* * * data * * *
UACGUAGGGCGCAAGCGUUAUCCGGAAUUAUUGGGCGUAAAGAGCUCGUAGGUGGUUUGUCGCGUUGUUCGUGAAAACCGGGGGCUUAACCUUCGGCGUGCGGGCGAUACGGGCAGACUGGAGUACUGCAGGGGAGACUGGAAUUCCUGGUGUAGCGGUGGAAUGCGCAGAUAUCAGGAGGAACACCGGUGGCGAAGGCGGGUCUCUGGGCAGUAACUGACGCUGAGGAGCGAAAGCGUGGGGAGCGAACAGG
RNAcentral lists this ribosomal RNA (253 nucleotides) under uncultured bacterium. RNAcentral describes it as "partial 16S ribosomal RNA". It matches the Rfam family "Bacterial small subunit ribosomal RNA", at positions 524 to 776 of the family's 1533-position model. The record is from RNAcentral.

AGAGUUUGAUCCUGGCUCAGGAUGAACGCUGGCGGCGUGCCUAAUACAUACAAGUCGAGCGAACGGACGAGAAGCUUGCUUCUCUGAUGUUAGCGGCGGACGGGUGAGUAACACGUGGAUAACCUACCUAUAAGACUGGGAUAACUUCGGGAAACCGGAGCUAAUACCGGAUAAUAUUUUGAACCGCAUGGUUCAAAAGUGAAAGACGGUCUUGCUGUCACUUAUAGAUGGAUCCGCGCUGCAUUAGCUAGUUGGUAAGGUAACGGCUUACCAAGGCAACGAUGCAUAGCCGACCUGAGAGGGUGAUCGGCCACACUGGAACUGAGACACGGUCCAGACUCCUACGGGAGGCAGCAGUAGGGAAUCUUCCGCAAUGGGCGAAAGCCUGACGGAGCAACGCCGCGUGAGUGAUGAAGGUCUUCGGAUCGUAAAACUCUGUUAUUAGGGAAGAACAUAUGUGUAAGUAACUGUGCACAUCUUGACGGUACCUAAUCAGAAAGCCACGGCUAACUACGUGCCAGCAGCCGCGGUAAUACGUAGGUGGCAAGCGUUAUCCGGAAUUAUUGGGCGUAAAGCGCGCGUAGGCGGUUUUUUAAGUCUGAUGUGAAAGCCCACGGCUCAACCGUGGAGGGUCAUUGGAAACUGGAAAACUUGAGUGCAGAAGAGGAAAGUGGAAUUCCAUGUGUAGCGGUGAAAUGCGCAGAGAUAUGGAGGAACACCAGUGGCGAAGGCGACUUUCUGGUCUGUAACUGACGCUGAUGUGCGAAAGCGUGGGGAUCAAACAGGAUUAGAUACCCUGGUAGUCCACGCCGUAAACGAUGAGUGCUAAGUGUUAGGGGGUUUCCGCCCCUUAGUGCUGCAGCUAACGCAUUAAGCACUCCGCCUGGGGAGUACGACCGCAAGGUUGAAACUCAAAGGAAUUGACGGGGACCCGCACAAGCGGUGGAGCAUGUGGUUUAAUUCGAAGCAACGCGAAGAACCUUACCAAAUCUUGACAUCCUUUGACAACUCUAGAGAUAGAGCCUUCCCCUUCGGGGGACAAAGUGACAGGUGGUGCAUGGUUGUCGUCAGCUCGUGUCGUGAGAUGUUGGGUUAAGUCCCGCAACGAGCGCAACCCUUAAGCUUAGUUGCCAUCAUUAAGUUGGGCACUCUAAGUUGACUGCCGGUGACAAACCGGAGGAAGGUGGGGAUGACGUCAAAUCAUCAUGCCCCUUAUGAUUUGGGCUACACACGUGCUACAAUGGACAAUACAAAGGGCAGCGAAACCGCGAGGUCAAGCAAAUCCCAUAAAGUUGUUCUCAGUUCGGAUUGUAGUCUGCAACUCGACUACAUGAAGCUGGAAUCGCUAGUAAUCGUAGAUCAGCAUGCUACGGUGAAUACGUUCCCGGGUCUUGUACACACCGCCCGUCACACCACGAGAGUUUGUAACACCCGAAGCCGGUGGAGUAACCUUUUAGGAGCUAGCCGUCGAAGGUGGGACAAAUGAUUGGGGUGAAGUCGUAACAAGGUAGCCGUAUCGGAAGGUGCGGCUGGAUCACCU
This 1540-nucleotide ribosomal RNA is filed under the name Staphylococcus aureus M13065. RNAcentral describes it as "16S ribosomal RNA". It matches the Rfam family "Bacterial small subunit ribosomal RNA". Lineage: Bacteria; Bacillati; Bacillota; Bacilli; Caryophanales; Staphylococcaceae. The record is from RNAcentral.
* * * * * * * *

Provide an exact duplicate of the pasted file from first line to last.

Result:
UACGUAGGGCGCAAGCGUUAUCCGGAAUUAUUGGGCGUAAAGAGCUCGUAGGUGGUUUGUCGCGUUGUUCGUGAAAACCGGGGGCUUAACCUUCGGCGUGCGGGCGAUACGGGCAGACUGGAGUACUGCAGGGGAGACUGGAAUUCCUGGUGUAGCGGUGGAAUGCGCAGAUAUCAGGAGGAACACCGGUGGCGAAGGCGGGUCUCUGGGCAGUAACUGACGCUGAGGAGCGAAAGCGUGGGGAGCGAACAGG
RNAcentral lists this ribosomal RNA (253 nucleotides) under uncultured bacterium. RNAcentral describes it as "partial 16S ribosomal RNA". It matches the Rfam family "Bacterial small subunit ribosomal RNA", at positions 524 to 776 of the family's 1533-position model. The record is from RNAcentral.

AGAGUUUGAUCCUGGCUCAGGAUGAACGCUGGCGGCGUGCCUAAUACAUACAAGUCGAGCGAACGGACGAGAAGCUUGCUUCUCUGAUGUUAGCGGCGGACGGGUGAGUAACACGUGGAUAACCUACCUAUAAGACUGGGAUAACUUCGGGAAACCGGAGCUAAUACCGGAUAAUAUUUUGAACCGCAUGGUUCAAAAGUGAAAGACGGUCUUGCUGUCACUUAUAGAUGGAUCCGCGCUGCAUUAGCUAGUUGGUAAGGUAACGGCUUACCAAGGCAACGAUGCAUAGCCGACCUGAGAGGGUGAUCGGCCACACUGGAACUGAGACACGGUCCAGACUCCUACGGGAGGCAGCAGUAGGGAAUCUUCCGCAAUGGGCGAAAGCCUGACGGAGCAACGCCGCGUGAGUGAUGAAGGUCUUCGGAUCGUAAAACUCUGUUAUUAGGGAAGAACAUAUGUGUAAGUAACUGUGCACAUCUUGACGGUACCUAAUCAGAAAGCCACGGCUAACUACGUGCCAGCAGCCGCGGUAAUACGUAGGUGGCAAGCGUUAUCCGGAAUUAUUGGGCGUAAAGCGCGCGUAGGCGGUUUUUUAAGUCUGAUGUGAAAGCCCACGGCUCAACCGUGGAGGGUCAUUGGAAACUGGAAAACUUGAGUGCAGAAGAGGAAAGUGGAAUUCCAUGUGUAGCGGUGAAAUGCGCAGAGAUAUGGAGGAACACCAGUGGCGAAGGCGACUUUCUGGUCUGUAACUGACGCUGAUGUGCGAAAGCGUGGGGAUCAAACAGGAUUAGAUACCCUGGUAGUCCACGCCGUAAACGAUGAGUGCUAAGUGUUAGGGGGUUUCCGCCCCUUAGUGCUGCAGCUAACGCAUUAAGCACUCCGCCUGGGGAGUACGACCGCAAGGUUGAAACUCAAAGGAAUUGACGGGGACCCGCACAAGCGGUGGAGCAUGUGGUUUAAUUCGAAGCAACGCGAAGAACCUUACCAAAUCUUGACAUCCUUUGACAACUCUAGAGAUAGAGCCUUCCCCUUCGGGGGACAAAGUGACAGGUGGUGCAUGGUUGUCGUCAGCUCGUGUCGUGAGAUGUUGGGUUAAGUCCCGCAACGAGCGCAACCCUUAAGCUUAGUUGCCAUCAUUAAGUUGGGCACUCUAAGUUGACUGCCGGUGACAAACCGGAGGAAGGUGGGGAUGACGUCAAAUCAUCAUGCCCCUUAUGAUUUGGGCUACACACGUGCUACAAUGGACAAUACAAAGGGCAGCGAAACCGCGAGGUCAAGCAAAUCCCAUAAAGUUGUUCUCAGUUCGGAUUGUAGUCUGCAACUCGACUACAUGAAGCUGGAAUCGCUAGUAAUCGUAGAUCAGCAUGCUACGGUGAAUACGUUCCCGGGUCUUGUACACACCGCCCGUCACACCACGAGAGUUUGUAACACCCGAAGCCGGUGGAGUAACCUUUUAGGAGCUAGCCGUCGAAGGUGGGACAAAUGAUUGGGGUGAAGUCGUAACAAGGUAGCCGUAUCGGAAGGUGCGGCUGGAUCACCU
This 1540-nucleotide ribosomal RNA is filed under the name Staphylococcus aureus M13065. RNAcentral describes it as "16S ribosomal RNA". It matches the Rfam family "Bacterial small subunit ribosomal RNA". Lineage: Bacteria; Bacillati; Bacillota; Bacilli; Caryophanales; Staphylococcaceae. The record is from RNAcentral.